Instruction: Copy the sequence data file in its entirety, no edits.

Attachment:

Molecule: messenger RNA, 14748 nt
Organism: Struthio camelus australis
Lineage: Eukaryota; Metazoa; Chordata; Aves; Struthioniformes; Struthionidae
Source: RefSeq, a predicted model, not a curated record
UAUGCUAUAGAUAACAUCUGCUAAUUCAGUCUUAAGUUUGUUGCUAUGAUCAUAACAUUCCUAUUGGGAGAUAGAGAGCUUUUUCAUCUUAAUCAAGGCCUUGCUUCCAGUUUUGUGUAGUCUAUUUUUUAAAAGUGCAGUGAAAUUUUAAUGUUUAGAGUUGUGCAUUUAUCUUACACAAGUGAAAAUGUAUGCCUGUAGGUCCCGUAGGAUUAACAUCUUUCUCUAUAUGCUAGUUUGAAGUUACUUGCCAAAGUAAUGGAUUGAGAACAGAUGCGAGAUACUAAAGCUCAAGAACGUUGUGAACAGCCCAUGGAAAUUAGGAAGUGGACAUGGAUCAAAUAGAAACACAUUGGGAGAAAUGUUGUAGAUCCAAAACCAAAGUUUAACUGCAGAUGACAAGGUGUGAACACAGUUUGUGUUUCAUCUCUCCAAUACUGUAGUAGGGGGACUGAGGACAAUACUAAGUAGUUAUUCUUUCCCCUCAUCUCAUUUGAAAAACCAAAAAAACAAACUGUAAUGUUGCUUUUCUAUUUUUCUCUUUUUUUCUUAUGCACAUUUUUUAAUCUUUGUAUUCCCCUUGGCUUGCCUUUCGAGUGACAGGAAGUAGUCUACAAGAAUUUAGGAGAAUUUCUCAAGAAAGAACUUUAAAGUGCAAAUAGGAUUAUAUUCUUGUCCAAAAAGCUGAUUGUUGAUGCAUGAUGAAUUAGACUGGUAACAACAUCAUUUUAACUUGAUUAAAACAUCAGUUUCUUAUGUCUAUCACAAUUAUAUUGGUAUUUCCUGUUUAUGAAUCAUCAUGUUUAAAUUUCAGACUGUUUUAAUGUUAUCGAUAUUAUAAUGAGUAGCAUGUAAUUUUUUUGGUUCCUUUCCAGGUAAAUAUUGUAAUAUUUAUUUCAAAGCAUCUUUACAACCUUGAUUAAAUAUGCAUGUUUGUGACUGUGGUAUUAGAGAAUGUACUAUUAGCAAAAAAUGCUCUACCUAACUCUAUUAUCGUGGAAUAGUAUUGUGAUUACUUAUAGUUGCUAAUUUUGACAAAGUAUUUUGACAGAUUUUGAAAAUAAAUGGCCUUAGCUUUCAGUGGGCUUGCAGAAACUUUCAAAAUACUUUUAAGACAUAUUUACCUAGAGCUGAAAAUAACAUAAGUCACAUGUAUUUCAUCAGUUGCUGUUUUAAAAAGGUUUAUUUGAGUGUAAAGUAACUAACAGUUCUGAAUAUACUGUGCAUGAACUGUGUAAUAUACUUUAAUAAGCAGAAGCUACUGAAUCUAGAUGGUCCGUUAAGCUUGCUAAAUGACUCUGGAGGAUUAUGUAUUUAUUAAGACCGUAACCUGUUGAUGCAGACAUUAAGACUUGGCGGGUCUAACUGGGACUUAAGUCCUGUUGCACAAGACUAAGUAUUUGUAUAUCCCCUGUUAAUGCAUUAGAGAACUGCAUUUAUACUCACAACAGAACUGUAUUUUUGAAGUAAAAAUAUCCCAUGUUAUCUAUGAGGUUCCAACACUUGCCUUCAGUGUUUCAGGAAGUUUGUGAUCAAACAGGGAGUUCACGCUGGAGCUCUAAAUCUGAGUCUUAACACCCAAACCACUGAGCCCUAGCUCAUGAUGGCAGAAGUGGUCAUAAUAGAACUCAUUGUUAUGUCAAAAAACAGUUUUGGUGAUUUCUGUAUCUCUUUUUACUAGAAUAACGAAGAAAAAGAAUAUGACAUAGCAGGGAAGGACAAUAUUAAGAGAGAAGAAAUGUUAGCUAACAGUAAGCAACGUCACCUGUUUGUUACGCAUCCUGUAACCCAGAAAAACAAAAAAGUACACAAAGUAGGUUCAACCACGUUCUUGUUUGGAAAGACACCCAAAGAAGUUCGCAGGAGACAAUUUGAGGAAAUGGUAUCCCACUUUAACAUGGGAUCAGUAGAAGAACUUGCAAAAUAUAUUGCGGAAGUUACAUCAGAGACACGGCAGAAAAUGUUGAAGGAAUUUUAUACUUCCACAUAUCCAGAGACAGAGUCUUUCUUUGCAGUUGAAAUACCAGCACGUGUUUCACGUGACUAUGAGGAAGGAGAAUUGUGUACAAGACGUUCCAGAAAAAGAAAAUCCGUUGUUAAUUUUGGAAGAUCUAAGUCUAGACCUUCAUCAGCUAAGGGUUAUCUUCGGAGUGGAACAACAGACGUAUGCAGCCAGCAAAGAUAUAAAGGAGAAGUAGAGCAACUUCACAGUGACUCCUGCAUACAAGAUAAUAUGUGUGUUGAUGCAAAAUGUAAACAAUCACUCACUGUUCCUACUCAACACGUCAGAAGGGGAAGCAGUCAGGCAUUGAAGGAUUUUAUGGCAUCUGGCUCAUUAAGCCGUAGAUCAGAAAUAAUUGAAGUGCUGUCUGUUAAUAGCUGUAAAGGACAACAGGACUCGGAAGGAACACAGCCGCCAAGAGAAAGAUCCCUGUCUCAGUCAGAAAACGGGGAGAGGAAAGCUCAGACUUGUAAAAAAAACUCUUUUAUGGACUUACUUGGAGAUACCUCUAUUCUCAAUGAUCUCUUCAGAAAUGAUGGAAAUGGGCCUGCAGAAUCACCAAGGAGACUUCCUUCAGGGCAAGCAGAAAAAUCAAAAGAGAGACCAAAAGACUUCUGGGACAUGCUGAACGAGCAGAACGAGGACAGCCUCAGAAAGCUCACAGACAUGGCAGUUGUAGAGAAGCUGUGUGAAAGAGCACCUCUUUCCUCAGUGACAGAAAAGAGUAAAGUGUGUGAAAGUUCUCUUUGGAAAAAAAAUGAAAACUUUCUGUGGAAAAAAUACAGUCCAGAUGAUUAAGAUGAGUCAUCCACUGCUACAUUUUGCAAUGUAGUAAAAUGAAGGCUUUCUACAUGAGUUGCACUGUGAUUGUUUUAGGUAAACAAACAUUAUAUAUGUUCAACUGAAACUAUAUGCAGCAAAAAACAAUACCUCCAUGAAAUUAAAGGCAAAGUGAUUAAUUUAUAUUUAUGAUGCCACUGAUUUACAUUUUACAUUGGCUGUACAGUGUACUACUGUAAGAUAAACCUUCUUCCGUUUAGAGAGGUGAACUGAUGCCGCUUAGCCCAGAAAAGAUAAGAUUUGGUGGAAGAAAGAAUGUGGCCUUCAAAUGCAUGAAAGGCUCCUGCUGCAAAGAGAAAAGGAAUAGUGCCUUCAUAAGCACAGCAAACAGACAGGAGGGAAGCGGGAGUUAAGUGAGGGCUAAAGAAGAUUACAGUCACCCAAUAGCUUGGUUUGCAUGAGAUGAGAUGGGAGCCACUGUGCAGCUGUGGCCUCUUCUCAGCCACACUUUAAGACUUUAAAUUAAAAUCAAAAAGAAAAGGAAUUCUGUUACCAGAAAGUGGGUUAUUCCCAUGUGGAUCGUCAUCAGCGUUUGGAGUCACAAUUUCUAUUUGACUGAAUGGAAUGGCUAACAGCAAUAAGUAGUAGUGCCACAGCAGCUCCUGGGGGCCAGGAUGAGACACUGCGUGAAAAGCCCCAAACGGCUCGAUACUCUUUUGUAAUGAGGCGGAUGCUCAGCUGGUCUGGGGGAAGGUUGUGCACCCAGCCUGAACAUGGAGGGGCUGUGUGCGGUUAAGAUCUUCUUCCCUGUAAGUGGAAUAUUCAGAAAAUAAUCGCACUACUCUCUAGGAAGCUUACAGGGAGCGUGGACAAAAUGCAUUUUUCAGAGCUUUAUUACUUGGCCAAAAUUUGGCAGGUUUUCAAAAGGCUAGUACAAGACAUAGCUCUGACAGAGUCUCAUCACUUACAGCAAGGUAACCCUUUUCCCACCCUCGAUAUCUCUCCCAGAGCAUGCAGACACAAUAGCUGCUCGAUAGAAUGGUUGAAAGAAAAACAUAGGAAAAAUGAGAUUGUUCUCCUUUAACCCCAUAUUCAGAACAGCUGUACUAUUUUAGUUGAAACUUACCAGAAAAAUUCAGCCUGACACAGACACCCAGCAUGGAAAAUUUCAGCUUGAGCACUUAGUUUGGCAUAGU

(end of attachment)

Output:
Molecule: messenger RNA, 14748 nt
Organism: Struthio camelus australis
Lineage: Eukaryota; Metazoa; Chordata; Aves; Struthioniformes; Struthionidae
Source: RefSeq, a predicted model, not a curated record
UAUGCUAUAGAUAACAUCUGCUAAUUCAGUCUUAAGUUUGUUGCUAUGAUCAUAACAUUCCUAUUGGGAGAUAGAGAGCUUUUUCAUCUUAAUCAAGGCCUUGCUUCCAGUUUUGUGUAGUCUAUUUUUUAAAAGUGCAGUGAAAUUUUAAUGUUUAGAGUUGUGCAUUUAUCUUACACAAGUGAAAAUGUAUGCCUGUAGGUCCCGUAGGAUUAACAUCUUUCUCUAUAUGCUAGUUUGAAGUUACUUGCCAAAGUAAUGGAUUGAGAACAGAUGCGAGAUACUAAAGCUCAAGAACGUUGUGAACAGCCCAUGGAAAUUAGGAAGUGGACAUGGAUCAAAUAGAAACACAUUGGGAGAAAUGUUGUAGAUCCAAAACCAAAGUUUAACUGCAGAUGACAAGGUGUGAACACAGUUUGUGUUUCAUCUCUCCAAUACUGUAGUAGGGGGACUGAGGACAAUACUAAGUAGUUAUUCUUUCCCCUCAUCUCAUUUGAAAAACCAAAAAAACAAACUGUAAUGUUGCUUUUCUAUUUUUCUCUUUUUUUCUUAUGCACAUUUUUUAAUCUUUGUAUUCCCCUUGGCUUGCCUUUCGAGUGACAGGAAGUAGUCUACAAGAAUUUAGGAGAAUUUCUCAAGAAAGAACUUUAAAGUGCAAAUAGGAUUAUAUUCUUGUCCAAAAAGCUGAUUGUUGAUGCAUGAUGAAUUAGACUGGUAACAACAUCAUUUUAACUUGAUUAAAACAUCAGUUUCUUAUGUCUAUCACAAUUAUAUUGGUAUUUCCUGUUUAUGAAUCAUCAUGUUUAAAUUUCAGACUGUUUUAAUGUUAUCGAUAUUAUAAUGAGUAGCAUGUAAUUUUUUUGGUUCCUUUCCAGGUAAAUAUUGUAAUAUUUAUUUCAAAGCAUCUUUACAACCUUGAUUAAAUAUGCAUGUUUGUGACUGUGGUAUUAGAGAAUGUACUAUUAGCAAAAAAUGCUCUACCUAACUCUAUUAUCGUGGAAUAGUAUUGUGAUUACUUAUAGUUGCUAAUUUUGACAAAGUAUUUUGACAGAUUUUGAAAAUAAAUGGCCUUAGCUUUCAGUGGGCUUGCAGAAACUUUCAAAAUACUUUUAAGACAUAUUUACCUAGAGCUGAAAAUAACAUAAGUCACAUGUAUUUCAUCAGUUGCUGUUUUAAAAAGGUUUAUUUGAGUGUAAAGUAACUAACAGUUCUGAAUAUACUGUGCAUGAACUGUGUAAUAUACUUUAAUAAGCAGAAGCUACUGAAUCUAGAUGGUCCGUUAAGCUUGCUAAAUGACUCUGGAGGAUUAUGUAUUUAUUAAGACCGUAACCUGUUGAUGCAGACAUUAAGACUUGGCGGGUCUAACUGGGACUUAAGUCCUGUUGCACAAGACUAAGUAUUUGUAUAUCCCCUGUUAAUGCAUUAGAGAACUGCAUUUAUACUCACAACAGAACUGUAUUUUUGAAGUAAAAAUAUCCCAUGUUAUCUAUGAGGUUCCAACACUUGCCUUCAGUGUUUCAGGAAGUUUGUGAUCAAACAGGGAGUUCACGCUGGAGCUCUAAAUCUGAGUCUUAACACCCAAACCACUGAGCCCUAGCUCAUGAUGGCAGAAGUGGUCAUAAUAGAACUCAUUGUUAUGUCAAAAAACAGUUUUGGUGAUUUCUGUAUCUCUUUUUACUAGAAUAACGAAGAAAAAGAAUAUGACAUAGCAGGGAAGGACAAUAUUAAGAGAGAAGAAAUGUUAGCUAACAGUAAGCAACGUCACCUGUUUGUUACGCAUCCUGUAACCCAGAAAAACAAAAAAGUACACAAAGUAGGUUCAACCACGUUCUUGUUUGGAAAGACACCCAAAGAAGUUCGCAGGAGACAAUUUGAGGAAAUGGUAUCCCACUUUAACAUGGGAUCAGUAGAAGAACUUGCAAAAUAUAUUGCGGAAGUUACAUCAGAGACACGGCAGAAAAUGUUGAAGGAAUUUUAUACUUCCACAUAUCCAGAGACAGAGUCUUUCUUUGCAGUUGAAAUACCAGCACGUGUUUCACGUGACUAUGAGGAAGGAGAAUUGUGUACAAGACGUUCCAGAAAAAGAAAAUCCGUUGUUAAUUUUGGAAGAUCUAAGUCUAGACCUUCAUCAGCUAAGGGUUAUCUUCGGAGUGGAACAACAGACGUAUGCAGCCAGCAAAGAUAUAAAGGAGAAGUAGAGCAACUUCACAGUGACUCCUGCAUACAAGAUAAUAUGUGUGUUGAUGCAAAAUGUAAACAAUCACUCACUGUUCCUACUCAACACGUCAGAAGGGGAAGCAGUCAGGCAUUGAAGGAUUUUAUGGCAUCUGGCUCAUUAAGCCGUAGAUCAGAAAUAAUUGAAGUGCUGUCUGUUAAUAGCUGUAAAGGACAACAGGACUCGGAAGGAACACAGCCGCCAAGAGAAAGAUCCCUGUCUCAGUCAGAAAACGGGGAGAGGAAAGCUCAGACUUGUAAAAAAAACUCUUUUAUGGACUUACUUGGAGAUACCUCUAUUCUCAAUGAUCUCUUCAGAAAUGAUGGAAAUGGGCCUGCAGAAUCACCAAGGAGACUUCCUUCAGGGCAAGCAGAAAAAUCAAAAGAGAGACCAAAAGACUUCUGGGACAUGCUGAACGAGCAGAACGAGGACAGCCUCAGAAAGCUCACAGACAUGGCAGUUGUAGAGAAGCUGUGUGAAAGAGCACCUCUUUCCUCAGUGACAGAAAAGAGUAAAGUGUGUGAAAGUUCUCUUUGGAAAAAAAAUGAAAACUUUCUGUGGAAAAAAUACAGUCCAGAUGAUUAAGAUGAGUCAUCCACUGCUACAUUUUGCAAUGUAGUAAAAUGAAGGCUUUCUACAUGAGUUGCACUGUGAUUGUUUUAGGUAAACAAACAUUAUAUAUGUUCAACUGAAACUAUAUGCAGCAAAAAACAAUACCUCCAUGAAAUUAAAGGCAAAGUGAUUAAUUUAUAUUUAUGAUGCCACUGAUUUACAUUUUACAUUGGCUGUACAGUGUACUACUGUAAGAUAAACCUUCUUCCGUUUAGAGAGGUGAACUGAUGCCGCUUAGCCCAGAAAAGAUAAGAUUUGGUGGAAGAAAGAAUGUGGCCUUCAAAUGCAUGAAAGGCUCCUGCUGCAAAGAGAAAAGGAAUAGUGCCUUCAUAAGCACAGCAAACAGACAGGAGGGAAGCGGGAGUUAAGUGAGGGCUAAAGAAGAUUACAGUCACCCAAUAGCUUGGUUUGCAUGAGAUGAGAUGGGAGCCACUGUGCAGCUGUGGCCUCUUCUCAGCCACACUUUAAGACUUUAAAUUAAAAUCAAAAAGAAAAGGAAUUCUGUUACCAGAAAGUGGGUUAUUCCCAUGUGGAUCGUCAUCAGCGUUUGGAGUCACAAUUUCUAUUUGACUGAAUGGAAUGGCUAACAGCAAUAAGUAGUAGUGCCACAGCAGCUCCUGGGGGCCAGGAUGAGACACUGCGUGAAAAGCCCCAAACGGCUCGAUACUCUUUUGUAAUGAGGCGGAUGCUCAGCUGGUCUGGGGGAAGGUUGUGCACCCAGCCUGAACAUGGAGGGGCUGUGUGCGGUUAAGAUCUUCUUCCCUGUAAGUGGAAUAUUCAGAAAAUAAUCGCACUACUCUCUAGGAAGCUUACAGGGAGCGUGGACAAAAUGCAUUUUUCAGAGCUUUAUUACUUGGCCAAAAUUUGGCAGGUUUUCAAAAGGCUAGUACAAGACAUAGCUCUGACAGAGUCUCAUCACUUACAGCAAGGUAACCCUUUUCCCACCCUCGAUAUCUCUCCCAGAGCAUGCAGACACAAUAGCUGCUCGAUAGAAUGGUUGAAAGAAAAACAUAGGAAAAAUGAGAUUGUUCUCCUUUAACCCCAUAUUCAGAACAGCUGUACUAUUUUAGUUGAAACUUACCAGAAAAAUUCAGCCUGACACAGACACCCAGCAUGGAAAAUUUCAGCUUGAGCACUUAGUUUGGCAUAGU